Myles Allen's research looks into how human and natural influences contribute to observed climate change. As well as observing wider changes in the climate, by applying Probabilistic Event Attribution his research also seeks to quantify the contribution of human influence to specific individual weather events and observes that carbon dioxide emissions largely determine global mean surface warming. His research stresses the importance on current fossil carbon reserves and that if the 2°C increase in global warming is to be avoided, these reserves cannot be emitted.
He served on the UN Intergovernmental Panel on Climate Change (IPCC) for its 3rd, 4th and 5th Assessments, and was a Coordinating Lead Author for its special report on 'the impacts of global warming of 1.5 °C above pre-industrial levels'. He founded the Climate Prediction project, the world’s largest climate modelling experiment.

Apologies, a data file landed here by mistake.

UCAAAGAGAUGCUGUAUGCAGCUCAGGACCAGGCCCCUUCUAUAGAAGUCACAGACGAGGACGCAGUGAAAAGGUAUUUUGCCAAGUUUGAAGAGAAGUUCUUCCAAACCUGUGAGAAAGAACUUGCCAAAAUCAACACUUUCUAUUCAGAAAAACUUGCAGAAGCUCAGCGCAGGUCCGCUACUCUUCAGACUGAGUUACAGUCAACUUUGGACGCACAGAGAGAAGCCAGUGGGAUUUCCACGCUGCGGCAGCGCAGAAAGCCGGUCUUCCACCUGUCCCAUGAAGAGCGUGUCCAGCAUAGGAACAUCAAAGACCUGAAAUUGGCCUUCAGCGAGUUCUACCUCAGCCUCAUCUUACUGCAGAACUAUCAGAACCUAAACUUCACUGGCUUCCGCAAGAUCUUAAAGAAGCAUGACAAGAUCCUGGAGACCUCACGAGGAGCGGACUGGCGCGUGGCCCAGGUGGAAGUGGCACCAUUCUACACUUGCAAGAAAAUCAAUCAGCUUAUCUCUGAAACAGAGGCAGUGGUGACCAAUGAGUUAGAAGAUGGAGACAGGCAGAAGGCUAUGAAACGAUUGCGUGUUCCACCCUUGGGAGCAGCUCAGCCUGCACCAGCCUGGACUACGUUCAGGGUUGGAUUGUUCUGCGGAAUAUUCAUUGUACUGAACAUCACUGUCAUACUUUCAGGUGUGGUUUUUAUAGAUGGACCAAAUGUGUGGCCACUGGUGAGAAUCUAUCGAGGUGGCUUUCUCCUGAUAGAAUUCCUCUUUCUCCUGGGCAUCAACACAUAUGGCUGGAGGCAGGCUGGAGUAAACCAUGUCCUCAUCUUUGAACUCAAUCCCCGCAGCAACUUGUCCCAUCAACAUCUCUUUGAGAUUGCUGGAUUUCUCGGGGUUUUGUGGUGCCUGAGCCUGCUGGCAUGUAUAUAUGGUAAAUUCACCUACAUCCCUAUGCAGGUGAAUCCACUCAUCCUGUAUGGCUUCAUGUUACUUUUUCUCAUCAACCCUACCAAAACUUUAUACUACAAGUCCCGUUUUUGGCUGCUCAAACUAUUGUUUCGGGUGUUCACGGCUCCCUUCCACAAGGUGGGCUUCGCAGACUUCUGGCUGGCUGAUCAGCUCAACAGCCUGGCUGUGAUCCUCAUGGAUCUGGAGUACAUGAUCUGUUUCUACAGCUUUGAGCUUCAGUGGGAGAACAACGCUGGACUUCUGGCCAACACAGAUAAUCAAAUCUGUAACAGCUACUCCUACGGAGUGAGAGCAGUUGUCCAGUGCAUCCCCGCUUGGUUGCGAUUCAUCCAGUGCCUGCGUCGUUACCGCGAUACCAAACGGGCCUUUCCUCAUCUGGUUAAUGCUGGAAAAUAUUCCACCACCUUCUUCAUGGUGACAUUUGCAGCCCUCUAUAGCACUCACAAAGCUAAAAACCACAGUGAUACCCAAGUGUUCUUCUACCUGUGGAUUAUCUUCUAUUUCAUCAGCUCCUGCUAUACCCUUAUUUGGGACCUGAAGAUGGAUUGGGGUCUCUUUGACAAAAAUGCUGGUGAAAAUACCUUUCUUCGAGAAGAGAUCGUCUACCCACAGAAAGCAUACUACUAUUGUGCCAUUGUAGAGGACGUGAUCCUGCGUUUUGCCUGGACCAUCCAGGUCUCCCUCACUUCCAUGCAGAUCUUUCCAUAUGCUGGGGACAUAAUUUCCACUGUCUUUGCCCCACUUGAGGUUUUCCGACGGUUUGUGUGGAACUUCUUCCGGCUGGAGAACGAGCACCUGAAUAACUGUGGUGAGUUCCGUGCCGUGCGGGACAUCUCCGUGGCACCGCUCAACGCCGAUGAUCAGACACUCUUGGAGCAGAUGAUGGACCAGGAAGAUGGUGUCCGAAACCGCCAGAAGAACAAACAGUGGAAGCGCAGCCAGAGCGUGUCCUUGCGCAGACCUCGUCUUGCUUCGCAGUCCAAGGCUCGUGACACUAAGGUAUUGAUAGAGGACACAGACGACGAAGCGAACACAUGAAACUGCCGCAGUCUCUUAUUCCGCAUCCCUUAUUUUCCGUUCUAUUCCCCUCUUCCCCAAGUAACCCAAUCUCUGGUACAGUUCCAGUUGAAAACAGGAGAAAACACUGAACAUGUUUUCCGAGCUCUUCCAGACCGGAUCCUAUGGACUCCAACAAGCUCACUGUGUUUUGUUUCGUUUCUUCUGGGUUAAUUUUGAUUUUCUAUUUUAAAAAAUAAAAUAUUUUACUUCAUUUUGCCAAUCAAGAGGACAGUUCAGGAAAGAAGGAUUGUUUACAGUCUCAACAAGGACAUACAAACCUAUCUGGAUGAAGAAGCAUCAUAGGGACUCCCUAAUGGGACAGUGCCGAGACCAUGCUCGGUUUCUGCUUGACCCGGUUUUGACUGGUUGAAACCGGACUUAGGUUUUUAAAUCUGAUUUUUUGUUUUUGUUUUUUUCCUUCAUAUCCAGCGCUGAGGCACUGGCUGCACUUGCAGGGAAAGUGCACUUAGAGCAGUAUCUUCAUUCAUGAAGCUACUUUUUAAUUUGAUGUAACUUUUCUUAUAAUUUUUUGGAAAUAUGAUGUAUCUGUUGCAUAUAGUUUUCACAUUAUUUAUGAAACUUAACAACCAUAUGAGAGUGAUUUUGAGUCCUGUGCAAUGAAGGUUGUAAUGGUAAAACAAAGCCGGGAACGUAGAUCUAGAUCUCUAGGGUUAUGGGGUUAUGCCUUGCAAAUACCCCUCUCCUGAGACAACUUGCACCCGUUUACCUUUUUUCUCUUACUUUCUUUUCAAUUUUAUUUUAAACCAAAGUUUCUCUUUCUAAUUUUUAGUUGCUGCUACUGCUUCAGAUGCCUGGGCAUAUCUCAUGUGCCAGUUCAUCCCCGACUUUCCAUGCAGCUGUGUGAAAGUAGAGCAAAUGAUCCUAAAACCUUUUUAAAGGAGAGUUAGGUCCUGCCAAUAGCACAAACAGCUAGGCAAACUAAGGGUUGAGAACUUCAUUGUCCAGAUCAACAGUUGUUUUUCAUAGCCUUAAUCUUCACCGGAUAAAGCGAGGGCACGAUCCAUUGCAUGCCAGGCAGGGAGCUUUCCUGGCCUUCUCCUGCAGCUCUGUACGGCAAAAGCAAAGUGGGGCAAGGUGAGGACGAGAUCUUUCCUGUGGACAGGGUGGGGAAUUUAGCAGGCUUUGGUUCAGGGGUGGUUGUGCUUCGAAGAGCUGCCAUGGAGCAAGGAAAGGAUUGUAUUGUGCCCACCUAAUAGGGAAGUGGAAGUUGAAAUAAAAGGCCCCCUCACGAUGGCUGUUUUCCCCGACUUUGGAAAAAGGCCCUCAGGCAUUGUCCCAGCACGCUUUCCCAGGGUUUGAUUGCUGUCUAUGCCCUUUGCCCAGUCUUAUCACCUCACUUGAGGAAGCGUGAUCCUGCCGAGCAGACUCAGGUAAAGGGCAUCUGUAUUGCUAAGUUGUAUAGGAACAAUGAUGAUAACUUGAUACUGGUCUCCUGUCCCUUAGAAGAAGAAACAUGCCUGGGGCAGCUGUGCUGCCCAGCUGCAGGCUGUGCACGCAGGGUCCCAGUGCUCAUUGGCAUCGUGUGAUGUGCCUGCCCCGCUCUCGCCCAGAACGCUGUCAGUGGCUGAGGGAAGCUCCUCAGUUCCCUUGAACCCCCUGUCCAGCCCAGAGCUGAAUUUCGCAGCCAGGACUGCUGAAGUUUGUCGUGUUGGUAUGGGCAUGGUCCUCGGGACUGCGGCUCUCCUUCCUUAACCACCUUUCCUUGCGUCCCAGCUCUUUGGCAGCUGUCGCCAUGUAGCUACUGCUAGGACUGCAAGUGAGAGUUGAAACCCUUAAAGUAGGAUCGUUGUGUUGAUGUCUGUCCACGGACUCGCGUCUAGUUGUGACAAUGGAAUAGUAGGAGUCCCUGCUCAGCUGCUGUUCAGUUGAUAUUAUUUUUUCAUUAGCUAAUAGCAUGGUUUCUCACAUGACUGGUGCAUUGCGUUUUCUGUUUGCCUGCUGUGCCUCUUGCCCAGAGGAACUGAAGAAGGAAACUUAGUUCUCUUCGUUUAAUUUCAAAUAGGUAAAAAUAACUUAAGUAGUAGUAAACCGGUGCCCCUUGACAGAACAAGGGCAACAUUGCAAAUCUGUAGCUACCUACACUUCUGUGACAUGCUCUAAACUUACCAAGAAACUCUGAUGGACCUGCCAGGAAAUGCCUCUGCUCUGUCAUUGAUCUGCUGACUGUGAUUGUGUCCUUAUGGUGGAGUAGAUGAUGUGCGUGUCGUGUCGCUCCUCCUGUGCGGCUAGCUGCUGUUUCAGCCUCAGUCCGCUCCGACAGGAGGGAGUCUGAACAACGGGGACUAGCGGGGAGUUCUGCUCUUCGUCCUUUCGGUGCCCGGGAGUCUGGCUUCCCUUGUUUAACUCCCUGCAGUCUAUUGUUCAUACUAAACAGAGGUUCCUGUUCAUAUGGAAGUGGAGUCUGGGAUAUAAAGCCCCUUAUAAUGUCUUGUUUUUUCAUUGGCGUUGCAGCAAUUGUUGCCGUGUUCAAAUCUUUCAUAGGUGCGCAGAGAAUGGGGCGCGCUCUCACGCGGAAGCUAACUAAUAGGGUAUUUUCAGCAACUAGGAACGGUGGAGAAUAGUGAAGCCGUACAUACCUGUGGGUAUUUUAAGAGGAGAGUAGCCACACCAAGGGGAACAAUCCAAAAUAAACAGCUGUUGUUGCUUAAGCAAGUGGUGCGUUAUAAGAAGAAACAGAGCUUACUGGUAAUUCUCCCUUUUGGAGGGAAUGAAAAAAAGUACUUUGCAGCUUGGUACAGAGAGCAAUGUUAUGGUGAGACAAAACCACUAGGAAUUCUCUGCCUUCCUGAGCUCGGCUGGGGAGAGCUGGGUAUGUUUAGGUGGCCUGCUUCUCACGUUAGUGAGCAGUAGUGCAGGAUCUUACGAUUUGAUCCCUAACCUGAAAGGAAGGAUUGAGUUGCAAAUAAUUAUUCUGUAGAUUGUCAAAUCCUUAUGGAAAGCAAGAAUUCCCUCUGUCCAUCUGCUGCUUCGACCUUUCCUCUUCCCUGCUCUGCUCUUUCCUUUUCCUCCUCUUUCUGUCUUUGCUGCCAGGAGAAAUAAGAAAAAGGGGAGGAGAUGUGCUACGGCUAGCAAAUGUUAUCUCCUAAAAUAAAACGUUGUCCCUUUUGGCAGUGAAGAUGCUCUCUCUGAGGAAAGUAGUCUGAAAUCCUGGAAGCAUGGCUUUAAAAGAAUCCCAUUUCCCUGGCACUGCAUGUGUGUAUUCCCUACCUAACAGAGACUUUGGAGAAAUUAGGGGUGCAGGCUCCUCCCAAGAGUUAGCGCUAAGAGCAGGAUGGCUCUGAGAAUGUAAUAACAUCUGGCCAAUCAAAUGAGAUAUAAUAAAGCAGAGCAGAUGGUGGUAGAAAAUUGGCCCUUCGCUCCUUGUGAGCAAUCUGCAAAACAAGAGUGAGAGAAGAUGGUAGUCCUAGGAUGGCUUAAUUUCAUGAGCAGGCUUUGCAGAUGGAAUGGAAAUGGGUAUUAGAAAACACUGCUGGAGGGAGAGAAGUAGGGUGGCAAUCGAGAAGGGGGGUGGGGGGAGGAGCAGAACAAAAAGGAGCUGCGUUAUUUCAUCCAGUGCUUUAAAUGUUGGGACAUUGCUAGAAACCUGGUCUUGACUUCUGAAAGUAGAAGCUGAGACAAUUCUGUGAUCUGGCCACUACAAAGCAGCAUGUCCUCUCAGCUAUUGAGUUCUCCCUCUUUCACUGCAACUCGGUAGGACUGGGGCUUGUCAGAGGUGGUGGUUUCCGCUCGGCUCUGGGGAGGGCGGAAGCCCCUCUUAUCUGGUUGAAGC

In 2010 Professor Allen was awarded the Appleton Medal and Prize from the Institute of Physics 'for his important contributions to the detection and attribution of human influence on climate and quantifying uncertainty in climate predictions'.
- Climate change attribution
- Probabilistic event attribution
- Net zero
- Carbon capture and storage
Professor Allen has extensive experience of interviews including national and international print and broadcast.